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Lessons from Dell’s Stakeholder Engagement Model

3p Contributor | Monday December 20th, 2010 | 0 Comments

Vijay Kanal, CMC, Kanal Consulting

Few companies have advanced their stakeholder engagement on sustainability as quickly and effectively as Dell. The company (like some other leading sustainability ones) realized long ago that engaging with stakeholders is not a necessary evil, but in fact adds enormous value to their sustainability efforts. Based on my almost 90 minute conversation with Mark Newton, Dell’s Director of Sustainable Business, on their external stakeholder engagement model, this article is a summary of a few best practices that Dell has adopted, which I think all stakeholders should consider. For the complete interview, please visit our website.

  • Diversity of Perspectives Dell values the diversity of perspectives that comes from bringing many different stakeholders to the table, especially now that the issues are getting tougher. In addition to the usual groups like suppliers, NGOs and industry consortiums, Dell has benefited enormously from the perspectives of peers and competitors, government agencies, investment groups, academics, faith-based groups, and customers. The company has found that about 10 – 12 different organizations is the optimum number of participating stakeholders on any particular issue. Beyond that, some stakeholders feel their opinions are not being heard or considered.
  • Stakeholder as Organizer Some stakeholders also provide a valuable service to convene and facilitate discussions with other stakeholders because this helps to build trust and credibility.  Dell leans heavily on Ceres for instance, to help select and bring together diverse stakeholders, agree on the objectives, facilitate discussion, and most important, conduct follow-ups. By delegating Ceres – which is highly respected in the investment community – other stakeholders gain confidence that their issues will be heard, and are more willing to participate in a collaborative atmosphere. Dell also cited BSR as another organization that serves in this role.
  • Dealing with Vocal Critics Like most companies in the spotlight, Dell has had its share of very vocal critics who do not hesitate to make their opinions known in a very public way. Dell’s approach is to deal with them very respectfully and engage in dialog, even if at the end, both parties agree to disagree, or in some cases even disagree about disagreeing. Newton points out that usually the disagreement is not about the end goals, but how to get there, or the pace of change. But by engaging with them rather than ignoring them and hoping they’ll go away, Dell strives to find other areas of common ground where they can (and do in fact) collaborate.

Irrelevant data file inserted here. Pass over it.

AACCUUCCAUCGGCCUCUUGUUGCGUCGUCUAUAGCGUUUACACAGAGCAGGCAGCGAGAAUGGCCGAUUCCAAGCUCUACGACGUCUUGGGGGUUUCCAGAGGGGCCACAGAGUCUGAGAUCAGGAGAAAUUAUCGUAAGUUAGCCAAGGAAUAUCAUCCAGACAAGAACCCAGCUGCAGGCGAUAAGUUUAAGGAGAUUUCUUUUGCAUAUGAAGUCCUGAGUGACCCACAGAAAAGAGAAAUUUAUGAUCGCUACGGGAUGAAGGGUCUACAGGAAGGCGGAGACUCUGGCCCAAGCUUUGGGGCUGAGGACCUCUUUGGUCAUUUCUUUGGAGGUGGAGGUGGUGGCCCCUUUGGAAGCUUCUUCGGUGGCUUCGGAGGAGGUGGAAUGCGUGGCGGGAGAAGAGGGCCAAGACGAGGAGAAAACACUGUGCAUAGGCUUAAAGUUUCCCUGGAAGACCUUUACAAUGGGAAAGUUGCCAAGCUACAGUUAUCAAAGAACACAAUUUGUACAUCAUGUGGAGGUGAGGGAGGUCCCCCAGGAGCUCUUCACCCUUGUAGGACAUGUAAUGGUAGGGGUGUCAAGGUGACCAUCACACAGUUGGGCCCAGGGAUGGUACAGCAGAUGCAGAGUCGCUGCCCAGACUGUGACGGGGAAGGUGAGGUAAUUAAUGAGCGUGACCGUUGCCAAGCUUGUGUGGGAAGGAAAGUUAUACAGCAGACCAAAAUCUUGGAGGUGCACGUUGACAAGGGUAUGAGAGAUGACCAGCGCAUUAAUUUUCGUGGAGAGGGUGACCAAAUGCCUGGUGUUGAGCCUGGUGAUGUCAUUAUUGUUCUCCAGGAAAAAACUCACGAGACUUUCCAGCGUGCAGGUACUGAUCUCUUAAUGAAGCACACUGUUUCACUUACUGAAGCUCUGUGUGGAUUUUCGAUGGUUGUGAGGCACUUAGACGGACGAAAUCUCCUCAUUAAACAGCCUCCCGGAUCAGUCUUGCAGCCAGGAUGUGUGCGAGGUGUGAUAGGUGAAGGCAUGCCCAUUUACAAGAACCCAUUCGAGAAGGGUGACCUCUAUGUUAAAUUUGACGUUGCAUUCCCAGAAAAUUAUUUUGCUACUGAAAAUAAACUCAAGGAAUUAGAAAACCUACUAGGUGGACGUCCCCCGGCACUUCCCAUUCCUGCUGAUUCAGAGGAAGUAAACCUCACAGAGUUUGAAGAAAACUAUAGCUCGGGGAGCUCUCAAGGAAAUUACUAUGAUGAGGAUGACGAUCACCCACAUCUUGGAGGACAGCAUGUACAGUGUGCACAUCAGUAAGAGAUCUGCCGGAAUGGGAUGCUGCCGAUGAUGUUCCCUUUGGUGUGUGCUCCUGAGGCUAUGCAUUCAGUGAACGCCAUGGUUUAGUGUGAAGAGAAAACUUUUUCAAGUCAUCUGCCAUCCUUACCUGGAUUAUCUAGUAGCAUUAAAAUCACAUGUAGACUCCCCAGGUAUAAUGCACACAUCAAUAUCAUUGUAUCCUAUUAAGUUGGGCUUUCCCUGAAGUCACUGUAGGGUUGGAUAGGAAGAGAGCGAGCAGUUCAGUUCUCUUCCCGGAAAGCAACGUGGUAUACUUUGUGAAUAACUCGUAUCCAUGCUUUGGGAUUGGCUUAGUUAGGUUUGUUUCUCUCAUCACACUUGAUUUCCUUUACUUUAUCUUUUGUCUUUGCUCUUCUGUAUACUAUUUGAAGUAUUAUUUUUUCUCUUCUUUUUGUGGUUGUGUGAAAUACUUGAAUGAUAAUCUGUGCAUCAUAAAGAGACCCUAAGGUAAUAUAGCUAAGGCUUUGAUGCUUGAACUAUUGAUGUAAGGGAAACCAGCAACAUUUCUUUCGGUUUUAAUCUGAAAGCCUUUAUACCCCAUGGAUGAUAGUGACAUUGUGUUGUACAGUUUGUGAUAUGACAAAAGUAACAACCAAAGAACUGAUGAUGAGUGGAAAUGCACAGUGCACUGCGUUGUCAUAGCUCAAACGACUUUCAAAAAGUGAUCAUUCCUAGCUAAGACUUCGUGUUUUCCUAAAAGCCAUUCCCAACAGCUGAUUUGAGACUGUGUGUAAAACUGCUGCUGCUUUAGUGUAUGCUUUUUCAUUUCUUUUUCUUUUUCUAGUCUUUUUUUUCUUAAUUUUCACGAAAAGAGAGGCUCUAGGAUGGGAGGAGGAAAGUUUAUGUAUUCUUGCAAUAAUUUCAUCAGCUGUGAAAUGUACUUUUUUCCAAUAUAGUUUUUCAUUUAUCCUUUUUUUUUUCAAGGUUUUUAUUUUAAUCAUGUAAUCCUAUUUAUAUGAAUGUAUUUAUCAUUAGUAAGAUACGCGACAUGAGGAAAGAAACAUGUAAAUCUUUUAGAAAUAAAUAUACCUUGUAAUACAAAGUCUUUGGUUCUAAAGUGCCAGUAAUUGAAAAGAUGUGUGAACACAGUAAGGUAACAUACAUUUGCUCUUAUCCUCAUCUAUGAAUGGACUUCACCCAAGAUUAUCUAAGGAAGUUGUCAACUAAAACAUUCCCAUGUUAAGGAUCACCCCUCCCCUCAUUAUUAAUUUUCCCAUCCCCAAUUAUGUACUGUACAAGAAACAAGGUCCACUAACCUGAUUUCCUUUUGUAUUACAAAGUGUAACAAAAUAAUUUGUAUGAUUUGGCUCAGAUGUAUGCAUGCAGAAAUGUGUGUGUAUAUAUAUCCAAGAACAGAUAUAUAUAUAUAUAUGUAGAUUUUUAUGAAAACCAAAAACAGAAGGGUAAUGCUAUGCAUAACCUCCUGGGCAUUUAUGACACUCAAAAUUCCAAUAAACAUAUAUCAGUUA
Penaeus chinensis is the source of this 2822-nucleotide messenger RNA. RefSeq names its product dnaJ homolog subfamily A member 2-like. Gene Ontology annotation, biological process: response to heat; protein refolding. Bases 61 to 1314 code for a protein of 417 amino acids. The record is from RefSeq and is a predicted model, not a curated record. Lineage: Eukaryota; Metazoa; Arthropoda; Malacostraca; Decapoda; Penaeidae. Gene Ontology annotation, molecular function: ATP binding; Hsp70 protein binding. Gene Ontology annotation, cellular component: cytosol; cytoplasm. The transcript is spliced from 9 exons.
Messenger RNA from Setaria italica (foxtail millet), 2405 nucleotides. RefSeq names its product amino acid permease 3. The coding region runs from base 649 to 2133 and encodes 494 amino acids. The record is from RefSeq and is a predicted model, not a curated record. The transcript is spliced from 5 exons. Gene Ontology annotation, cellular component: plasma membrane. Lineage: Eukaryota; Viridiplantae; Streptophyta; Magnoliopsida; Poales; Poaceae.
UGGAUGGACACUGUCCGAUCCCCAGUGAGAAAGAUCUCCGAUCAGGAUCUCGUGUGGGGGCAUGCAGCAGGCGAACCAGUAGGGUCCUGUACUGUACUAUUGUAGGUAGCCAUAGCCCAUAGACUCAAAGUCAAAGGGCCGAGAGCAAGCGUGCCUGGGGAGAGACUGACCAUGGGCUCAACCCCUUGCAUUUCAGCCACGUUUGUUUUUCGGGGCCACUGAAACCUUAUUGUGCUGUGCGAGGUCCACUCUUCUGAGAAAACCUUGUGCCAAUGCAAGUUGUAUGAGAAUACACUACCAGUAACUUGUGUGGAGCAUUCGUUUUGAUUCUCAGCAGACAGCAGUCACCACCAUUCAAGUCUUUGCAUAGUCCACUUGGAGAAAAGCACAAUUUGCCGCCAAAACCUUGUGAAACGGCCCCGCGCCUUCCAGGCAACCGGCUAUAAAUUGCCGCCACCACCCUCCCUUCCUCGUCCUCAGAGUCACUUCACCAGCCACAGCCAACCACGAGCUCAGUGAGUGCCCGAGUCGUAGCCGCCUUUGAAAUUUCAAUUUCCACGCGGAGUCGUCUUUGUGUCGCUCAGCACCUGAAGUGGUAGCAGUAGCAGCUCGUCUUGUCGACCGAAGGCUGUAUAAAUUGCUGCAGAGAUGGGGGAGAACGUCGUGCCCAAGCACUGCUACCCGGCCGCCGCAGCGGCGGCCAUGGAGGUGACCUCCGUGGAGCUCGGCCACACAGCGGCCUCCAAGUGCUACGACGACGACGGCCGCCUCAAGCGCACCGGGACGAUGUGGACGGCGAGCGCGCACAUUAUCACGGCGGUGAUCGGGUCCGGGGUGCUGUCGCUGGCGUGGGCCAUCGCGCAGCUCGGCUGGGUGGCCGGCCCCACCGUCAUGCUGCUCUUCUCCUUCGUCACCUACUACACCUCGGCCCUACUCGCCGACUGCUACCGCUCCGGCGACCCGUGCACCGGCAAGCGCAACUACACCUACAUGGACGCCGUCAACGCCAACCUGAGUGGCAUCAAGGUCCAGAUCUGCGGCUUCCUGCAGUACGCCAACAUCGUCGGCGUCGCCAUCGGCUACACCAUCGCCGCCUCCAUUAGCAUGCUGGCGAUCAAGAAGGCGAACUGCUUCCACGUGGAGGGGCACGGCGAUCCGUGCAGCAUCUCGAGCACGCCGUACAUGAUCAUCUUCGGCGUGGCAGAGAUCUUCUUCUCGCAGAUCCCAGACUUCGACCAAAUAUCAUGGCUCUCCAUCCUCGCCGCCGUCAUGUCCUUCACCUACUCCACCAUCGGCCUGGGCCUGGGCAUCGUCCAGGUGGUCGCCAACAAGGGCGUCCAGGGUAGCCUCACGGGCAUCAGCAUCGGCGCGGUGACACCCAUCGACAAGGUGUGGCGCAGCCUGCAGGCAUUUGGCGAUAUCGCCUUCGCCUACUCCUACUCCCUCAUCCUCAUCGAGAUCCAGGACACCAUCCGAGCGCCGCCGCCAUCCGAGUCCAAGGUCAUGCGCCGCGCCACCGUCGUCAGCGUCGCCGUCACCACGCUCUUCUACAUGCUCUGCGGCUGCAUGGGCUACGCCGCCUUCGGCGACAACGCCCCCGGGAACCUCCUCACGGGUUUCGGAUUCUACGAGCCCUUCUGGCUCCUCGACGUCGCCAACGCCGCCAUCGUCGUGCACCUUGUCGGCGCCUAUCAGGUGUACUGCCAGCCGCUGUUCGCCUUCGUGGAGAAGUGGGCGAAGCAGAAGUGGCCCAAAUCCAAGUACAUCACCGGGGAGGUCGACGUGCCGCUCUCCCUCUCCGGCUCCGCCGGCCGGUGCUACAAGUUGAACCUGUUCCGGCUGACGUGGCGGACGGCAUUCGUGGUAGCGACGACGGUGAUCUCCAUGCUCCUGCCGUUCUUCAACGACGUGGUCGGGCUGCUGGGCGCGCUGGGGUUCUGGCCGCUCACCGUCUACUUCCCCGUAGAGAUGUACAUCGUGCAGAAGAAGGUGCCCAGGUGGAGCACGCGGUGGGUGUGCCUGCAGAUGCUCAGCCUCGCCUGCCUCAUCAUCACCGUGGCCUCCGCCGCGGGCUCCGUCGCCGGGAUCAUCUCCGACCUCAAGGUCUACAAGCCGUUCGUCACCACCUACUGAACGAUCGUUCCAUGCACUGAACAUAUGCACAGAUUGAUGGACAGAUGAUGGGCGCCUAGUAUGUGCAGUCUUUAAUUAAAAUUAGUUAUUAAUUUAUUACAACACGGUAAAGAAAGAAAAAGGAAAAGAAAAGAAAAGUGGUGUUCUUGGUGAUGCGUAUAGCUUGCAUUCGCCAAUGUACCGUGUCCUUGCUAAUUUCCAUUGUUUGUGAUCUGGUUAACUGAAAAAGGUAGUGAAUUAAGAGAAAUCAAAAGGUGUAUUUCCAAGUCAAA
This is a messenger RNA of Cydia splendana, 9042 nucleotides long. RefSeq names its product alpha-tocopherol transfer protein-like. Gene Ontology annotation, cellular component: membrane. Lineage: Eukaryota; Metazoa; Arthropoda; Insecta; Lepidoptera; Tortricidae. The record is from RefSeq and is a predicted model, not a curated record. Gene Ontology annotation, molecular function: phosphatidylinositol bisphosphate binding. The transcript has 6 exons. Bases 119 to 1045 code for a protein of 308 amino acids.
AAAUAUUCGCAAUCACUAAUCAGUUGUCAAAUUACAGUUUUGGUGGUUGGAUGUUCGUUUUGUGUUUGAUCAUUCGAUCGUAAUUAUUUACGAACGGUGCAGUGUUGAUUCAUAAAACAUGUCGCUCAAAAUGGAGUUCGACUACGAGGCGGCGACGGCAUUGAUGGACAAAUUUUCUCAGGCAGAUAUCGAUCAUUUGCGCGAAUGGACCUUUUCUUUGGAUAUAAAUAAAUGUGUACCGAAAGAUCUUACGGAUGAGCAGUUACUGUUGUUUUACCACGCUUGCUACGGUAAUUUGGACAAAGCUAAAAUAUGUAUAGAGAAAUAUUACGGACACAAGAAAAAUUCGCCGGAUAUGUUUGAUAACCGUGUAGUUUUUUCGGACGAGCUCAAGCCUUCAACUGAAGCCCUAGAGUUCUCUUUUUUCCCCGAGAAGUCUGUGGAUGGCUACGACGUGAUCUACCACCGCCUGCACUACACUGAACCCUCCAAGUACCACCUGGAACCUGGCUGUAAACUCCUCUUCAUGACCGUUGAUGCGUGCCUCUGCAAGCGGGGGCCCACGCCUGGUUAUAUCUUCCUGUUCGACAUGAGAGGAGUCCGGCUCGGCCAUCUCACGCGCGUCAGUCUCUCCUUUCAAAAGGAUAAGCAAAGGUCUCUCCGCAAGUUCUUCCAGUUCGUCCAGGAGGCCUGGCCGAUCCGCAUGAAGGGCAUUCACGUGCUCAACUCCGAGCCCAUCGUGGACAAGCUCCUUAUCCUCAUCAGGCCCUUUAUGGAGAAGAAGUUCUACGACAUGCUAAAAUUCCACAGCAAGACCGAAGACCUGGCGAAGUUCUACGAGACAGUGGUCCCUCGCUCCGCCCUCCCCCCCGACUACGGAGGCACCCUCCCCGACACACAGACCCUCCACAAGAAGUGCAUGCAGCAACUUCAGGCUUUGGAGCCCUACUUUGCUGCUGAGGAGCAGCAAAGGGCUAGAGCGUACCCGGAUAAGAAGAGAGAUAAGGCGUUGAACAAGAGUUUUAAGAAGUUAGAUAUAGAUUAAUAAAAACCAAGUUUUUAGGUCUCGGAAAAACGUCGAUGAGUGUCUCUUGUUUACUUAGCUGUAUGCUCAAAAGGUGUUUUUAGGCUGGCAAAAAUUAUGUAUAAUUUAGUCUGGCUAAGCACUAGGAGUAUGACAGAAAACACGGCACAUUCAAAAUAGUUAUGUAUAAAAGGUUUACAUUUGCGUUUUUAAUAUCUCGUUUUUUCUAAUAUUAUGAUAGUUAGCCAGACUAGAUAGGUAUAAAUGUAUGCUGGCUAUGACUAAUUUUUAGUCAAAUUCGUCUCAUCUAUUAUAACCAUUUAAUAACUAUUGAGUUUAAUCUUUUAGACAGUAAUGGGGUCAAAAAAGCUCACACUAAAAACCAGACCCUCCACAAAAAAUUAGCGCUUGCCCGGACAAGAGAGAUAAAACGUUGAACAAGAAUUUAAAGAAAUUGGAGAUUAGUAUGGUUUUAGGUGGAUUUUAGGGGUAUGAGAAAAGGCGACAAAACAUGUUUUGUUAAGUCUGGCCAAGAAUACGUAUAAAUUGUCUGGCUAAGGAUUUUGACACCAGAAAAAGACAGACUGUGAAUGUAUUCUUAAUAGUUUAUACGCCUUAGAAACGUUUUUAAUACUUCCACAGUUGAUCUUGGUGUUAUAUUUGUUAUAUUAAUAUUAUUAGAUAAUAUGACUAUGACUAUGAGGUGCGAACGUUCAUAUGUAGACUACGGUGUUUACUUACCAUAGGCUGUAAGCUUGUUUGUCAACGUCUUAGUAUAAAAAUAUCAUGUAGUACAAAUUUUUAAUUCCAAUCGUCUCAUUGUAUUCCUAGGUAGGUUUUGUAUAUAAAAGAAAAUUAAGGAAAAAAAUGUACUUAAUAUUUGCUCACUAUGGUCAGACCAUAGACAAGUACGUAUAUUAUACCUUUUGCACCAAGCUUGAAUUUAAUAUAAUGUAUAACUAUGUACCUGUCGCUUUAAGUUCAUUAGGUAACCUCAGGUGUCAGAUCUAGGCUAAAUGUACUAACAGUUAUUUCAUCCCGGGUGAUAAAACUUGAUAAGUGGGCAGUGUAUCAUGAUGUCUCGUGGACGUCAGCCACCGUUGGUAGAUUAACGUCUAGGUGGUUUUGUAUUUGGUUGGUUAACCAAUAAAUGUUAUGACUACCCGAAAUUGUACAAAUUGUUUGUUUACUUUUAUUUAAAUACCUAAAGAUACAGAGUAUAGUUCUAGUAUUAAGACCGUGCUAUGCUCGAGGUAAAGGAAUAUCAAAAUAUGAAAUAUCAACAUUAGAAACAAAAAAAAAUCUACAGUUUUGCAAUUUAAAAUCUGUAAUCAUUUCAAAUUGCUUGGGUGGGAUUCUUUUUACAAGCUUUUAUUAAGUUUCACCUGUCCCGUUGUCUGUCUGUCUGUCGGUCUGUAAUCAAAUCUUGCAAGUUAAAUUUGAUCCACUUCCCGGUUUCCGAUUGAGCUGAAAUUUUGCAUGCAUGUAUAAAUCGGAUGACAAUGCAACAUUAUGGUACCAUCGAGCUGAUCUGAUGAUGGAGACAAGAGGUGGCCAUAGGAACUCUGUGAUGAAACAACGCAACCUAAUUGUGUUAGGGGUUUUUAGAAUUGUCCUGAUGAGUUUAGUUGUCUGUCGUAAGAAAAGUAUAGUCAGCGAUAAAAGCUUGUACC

• Consider the social aspects There can be some unintended social consequences from doing good for the environment. Dell points to their early efforts in computer recycling in 2002 that used prison labor for equipment dismantling. Unbeknownst to them, there were some safety and labor concerns due to inadequate transparency into the prison labor system, which were rather dramatically pointed out by some NGOs at a shareholder meeting. (As a result, Dell found other partners for their recycling programs, and has subsequently developed strong partnerships with the very same NGOs.)
  • Dell as Contributors When working with its stakeholder group, Dell doesn’t just say, “Hey we need help here. Can you come work with us on this issue?” They also serve as contributors to industry consortiums and other stakeholder groups where they are providing their expertise on a particular issue. They recognize that stakeholder engagement is a give-and-take relationship, and they want to give something back to the folks who are lending their expertise and perspectives.
  • It’s a journey not a destination Dell considers its engagement with stakeholders a relationship, not transactional, and which evolves with the issues. And it has found that as the relationship builds and deepens with time, there is a greater level of trust and accountability occurring on both sides, for mutual benefit.

As some of these best practices from Dell show, it is possible to have a collaborative and effective relationship with a number of different external stakeholders. (I’ll address the topic of stakeholder engagement among employees in another post.)

What’s Next for Dell

Going forward, Dell believes that one of the key areas they’ll be working on with the investment community is a standardized way to measure the materiality of their sustainability initiatives. This is an area that is getting more attention and lacking a methodology and guidance from the SEC and others.

Click Here to hear the rest of the interview with Mark Newton.

Vijay Kanal, CMC, is Founder and Chief Consultant at Kanal Consulting, a strategy and marketing firm that conducts assignments worldwide to help companies grow profitably and sustainably. He is also a frequent author and speaker on sustainability. He can be reached at vijay@kanalconsulting.com


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